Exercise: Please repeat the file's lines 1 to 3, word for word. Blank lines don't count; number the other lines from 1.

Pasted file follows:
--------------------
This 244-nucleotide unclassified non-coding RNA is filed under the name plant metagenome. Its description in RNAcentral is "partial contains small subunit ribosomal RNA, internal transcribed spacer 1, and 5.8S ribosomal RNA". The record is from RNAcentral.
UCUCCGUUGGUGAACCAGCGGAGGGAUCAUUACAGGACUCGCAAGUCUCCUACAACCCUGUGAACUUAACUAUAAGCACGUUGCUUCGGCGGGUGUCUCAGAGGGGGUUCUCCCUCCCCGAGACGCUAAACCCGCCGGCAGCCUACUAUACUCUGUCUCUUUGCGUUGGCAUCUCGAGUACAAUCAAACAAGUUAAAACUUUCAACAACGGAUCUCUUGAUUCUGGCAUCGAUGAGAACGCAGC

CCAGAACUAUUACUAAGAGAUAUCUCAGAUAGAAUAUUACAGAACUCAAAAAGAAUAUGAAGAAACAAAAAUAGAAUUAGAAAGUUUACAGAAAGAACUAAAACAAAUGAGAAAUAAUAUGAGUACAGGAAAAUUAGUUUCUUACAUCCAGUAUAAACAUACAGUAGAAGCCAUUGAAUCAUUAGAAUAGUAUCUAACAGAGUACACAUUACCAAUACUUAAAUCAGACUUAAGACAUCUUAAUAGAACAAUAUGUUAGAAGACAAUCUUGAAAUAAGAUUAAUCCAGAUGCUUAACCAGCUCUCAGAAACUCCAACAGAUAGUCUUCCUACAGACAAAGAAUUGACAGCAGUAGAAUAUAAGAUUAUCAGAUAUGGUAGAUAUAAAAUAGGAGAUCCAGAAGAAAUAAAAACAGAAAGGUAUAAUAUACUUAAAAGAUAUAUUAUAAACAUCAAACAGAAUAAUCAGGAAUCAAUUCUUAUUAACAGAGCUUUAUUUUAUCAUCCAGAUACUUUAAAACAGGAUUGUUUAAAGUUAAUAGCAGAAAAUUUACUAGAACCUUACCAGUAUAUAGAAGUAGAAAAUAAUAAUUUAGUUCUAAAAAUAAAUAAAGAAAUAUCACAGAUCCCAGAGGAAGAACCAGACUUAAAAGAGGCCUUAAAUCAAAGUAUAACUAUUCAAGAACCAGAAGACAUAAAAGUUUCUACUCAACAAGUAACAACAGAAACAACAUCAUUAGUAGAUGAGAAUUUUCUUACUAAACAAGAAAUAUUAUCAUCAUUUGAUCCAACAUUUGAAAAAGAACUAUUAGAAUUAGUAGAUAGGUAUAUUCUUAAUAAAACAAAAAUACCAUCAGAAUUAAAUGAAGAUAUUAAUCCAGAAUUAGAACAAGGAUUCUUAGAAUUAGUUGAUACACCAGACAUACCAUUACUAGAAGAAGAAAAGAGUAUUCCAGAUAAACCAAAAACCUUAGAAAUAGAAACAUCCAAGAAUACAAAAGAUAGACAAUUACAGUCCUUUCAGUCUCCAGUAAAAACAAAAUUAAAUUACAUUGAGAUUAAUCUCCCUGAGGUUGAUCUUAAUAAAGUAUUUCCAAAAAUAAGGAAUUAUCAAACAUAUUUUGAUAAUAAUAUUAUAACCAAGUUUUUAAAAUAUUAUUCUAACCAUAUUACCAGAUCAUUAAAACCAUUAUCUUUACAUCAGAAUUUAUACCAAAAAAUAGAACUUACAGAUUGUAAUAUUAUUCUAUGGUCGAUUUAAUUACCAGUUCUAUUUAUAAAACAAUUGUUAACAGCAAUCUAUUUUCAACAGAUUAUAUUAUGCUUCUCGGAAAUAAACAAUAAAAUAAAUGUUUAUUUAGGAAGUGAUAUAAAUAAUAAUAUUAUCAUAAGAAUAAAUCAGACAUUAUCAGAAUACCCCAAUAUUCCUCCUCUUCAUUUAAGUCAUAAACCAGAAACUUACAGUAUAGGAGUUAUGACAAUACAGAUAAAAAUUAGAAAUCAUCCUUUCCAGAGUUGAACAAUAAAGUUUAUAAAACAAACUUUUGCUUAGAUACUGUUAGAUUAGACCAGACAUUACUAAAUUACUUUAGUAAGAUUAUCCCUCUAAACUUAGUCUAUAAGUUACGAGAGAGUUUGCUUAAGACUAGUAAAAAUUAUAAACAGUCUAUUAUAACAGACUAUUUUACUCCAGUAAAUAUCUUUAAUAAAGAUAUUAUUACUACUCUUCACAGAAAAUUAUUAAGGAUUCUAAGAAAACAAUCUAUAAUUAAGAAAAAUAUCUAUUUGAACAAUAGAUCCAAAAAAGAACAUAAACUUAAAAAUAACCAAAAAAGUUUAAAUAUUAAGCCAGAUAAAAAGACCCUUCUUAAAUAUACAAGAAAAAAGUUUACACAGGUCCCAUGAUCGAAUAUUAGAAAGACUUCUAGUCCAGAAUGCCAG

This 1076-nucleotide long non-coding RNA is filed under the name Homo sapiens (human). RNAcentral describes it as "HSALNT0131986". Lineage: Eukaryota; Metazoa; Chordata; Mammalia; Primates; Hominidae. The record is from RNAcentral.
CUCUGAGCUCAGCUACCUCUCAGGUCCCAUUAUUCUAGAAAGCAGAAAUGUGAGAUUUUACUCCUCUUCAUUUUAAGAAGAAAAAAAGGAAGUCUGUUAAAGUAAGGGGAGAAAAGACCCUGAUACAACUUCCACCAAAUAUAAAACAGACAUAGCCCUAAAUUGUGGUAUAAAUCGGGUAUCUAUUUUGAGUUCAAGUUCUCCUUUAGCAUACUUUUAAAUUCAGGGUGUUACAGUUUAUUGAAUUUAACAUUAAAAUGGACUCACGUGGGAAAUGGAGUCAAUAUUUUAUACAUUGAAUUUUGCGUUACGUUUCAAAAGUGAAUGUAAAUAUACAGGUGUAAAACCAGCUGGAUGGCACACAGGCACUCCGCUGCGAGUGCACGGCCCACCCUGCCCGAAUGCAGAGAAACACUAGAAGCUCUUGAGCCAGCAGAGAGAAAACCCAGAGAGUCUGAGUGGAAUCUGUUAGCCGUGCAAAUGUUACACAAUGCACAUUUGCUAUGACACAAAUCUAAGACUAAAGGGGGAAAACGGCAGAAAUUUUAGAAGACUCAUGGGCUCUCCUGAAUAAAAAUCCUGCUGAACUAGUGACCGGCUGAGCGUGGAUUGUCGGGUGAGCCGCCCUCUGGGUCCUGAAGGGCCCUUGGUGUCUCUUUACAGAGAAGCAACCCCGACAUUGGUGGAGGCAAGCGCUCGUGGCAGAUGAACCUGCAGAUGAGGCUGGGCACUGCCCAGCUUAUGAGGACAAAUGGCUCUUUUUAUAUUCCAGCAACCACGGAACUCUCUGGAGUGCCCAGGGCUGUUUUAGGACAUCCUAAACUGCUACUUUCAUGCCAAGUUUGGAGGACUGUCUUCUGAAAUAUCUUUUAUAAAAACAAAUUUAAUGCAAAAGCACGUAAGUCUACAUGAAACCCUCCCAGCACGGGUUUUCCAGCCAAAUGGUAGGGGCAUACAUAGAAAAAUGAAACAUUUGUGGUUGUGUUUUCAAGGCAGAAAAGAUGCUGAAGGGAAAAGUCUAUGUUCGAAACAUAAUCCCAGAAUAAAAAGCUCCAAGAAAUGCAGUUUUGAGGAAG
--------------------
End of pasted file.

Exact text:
This 244-nucleotide unclassified non-coding RNA is filed under the name plant metagenome. Its description in RNAcentral is "partial contains small subunit ribosomal RNA, internal transcribed spacer 1, and 5.8S ribosomal RNA". The record is from RNAcentral.
UCUCCGUUGGUGAACCAGCGGAGGGAUCAUUACAGGACUCGCAAGUCUCCUACAACCCUGUGAACUUAACUAUAAGCACGUUGCUUCGGCGGGUGUCUCAGAGGGGGUUCUCCCUCCCCGAGACGCUAAACCCGCCGGCAGCCUACUAUACUCUGUCUCUUUGCGUUGGCAUCUCGAGUACAAUCAAACAAGUUAAAACUUUCAACAACGGAUCUCUUGAUUCUGGCAUCGAUGAGAACGCAGC

CCAGAACUAUUACUAAGAGAUAUCUCAGAUAGAAUAUUACAGAACUCAAAAAGAAUAUGAAGAAACAAAAAUAGAAUUAGAAAGUUUACAGAAAGAACUAAAACAAAUGAGAAAUAAUAUGAGUACAGGAAAAUUAGUUUCUUACAUCCAGUAUAAACAUACAGUAGAAGCCAUUGAAUCAUUAGAAUAGUAUCUAACAGAGUACACAUUACCAAUACUUAAAUCAGACUUAAGACAUCUUAAUAGAACAAUAUGUUAGAAGACAAUCUUGAAAUAAGAUUAAUCCAGAUGCUUAACCAGCUCUCAGAAACUCCAACAGAUAGUCUUCCUACAGACAAAGAAUUGACAGCAGUAGAAUAUAAGAUUAUCAGAUAUGGUAGAUAUAAAAUAGGAGAUCCAGAAGAAAUAAAAACAGAAAGGUAUAAUAUACUUAAAAGAUAUAUUAUAAACAUCAAACAGAAUAAUCAGGAAUCAAUUCUUAUUAACAGAGCUUUAUUUUAUCAUCCAGAUACUUUAAAACAGGAUUGUUUAAAGUUAAUAGCAGAAAAUUUACUAGAACCUUACCAGUAUAUAGAAGUAGAAAAUAAUAAUUUAGUUCUAAAAAUAAAUAAAGAAAUAUCACAGAUCCCAGAGGAAGAACCAGACUUAAAAGAGGCCUUAAAUCAAAGUAUAACUAUUCAAGAACCAGAAGACAUAAAAGUUUCUACUCAACAAGUAACAACAGAAACAACAUCAUUAGUAGAUGAGAAUUUUCUUACUAAACAAGAAAUAUUAUCAUCAUUUGAUCCAACAUUUGAAAAAGAACUAUUAGAAUUAGUAGAUAGGUAUAUUCUUAAUAAAACAAAAAUACCAUCAGAAUUAAAUGAAGAUAUUAAUCCAGAAUUAGAACAAGGAUUCUUAGAAUUAGUUGAUACACCAGACAUACCAUUACUAGAAGAAGAAAAGAGUAUUCCAGAUAAACCAAAAACCUUAGAAAUAGAAACAUCCAAGAAUACAAAAGAUAGACAAUUACAGUCCUUUCAGUCUCCAGUAAAAACAAAAUUAAAUUACAUUGAGAUUAAUCUCCCUGAGGUUGAUCUUAAUAAAGUAUUUCCAAAAAUAAGGAAUUAUCAAACAUAUUUUGAUAAUAAUAUUAUAACCAAGUUUUUAAAAUAUUAUUCUAACCAUAUUACCAGAUCAUUAAAACCAUUAUCUUUACAUCAGAAUUUAUACCAAAAAAUAGAACUUACAGAUUGUAAUAUUAUUCUAUGGUCGAUUUAAUUACCAGUUCUAUUUAUAAAACAAUUGUUAACAGCAAUCUAUUUUCAACAGAUUAUAUUAUGCUUCUCGGAAAUAAACAAUAAAAUAAAUGUUUAUUUAGGAAGUGAUAUAAAUAAUAAUAUUAUCAUAAGAAUAAAUCAGACAUUAUCAGAAUACCCCAAUAUUCCUCCUCUUCAUUUAAGUCAUAAACCAGAAACUUACAGUAUAGGAGUUAUGACAAUACAGAUAAAAAUUAGAAAUCAUCCUUUCCAGAGUUGAACAAUAAAGUUUAUAAAACAAACUUUUGCUUAGAUACUGUUAGAUUAGACCAGACAUUACUAAAUUACUUUAGUAAGAUUAUCCCUCUAAACUUAGUCUAUAAGUUACGAGAGAGUUUGCUUAAGACUAGUAAAAAUUAUAAACAGUCUAUUAUAACAGACUAUUUUACUCCAGUAAAUAUCUUUAAUAAAGAUAUUAUUACUACUCUUCACAGAAAAUUAUUAAGGAUUCUAAGAAAACAAUCUAUAAUUAAGAAAAAUAUCUAUUUGAACAAUAGAUCCAAAAAAGAACAUAAACUUAAAAAUAACCAAAAAAGUUUAAAUAUUAAGCCAGAUAAAAAGACCCUUCUUAAAUAUACAAGAAAAAAGUUUACACAGGUCCCAUGAUCGAAUAUUAGAAAGACUUCUAGUCCAGAAUGCCAG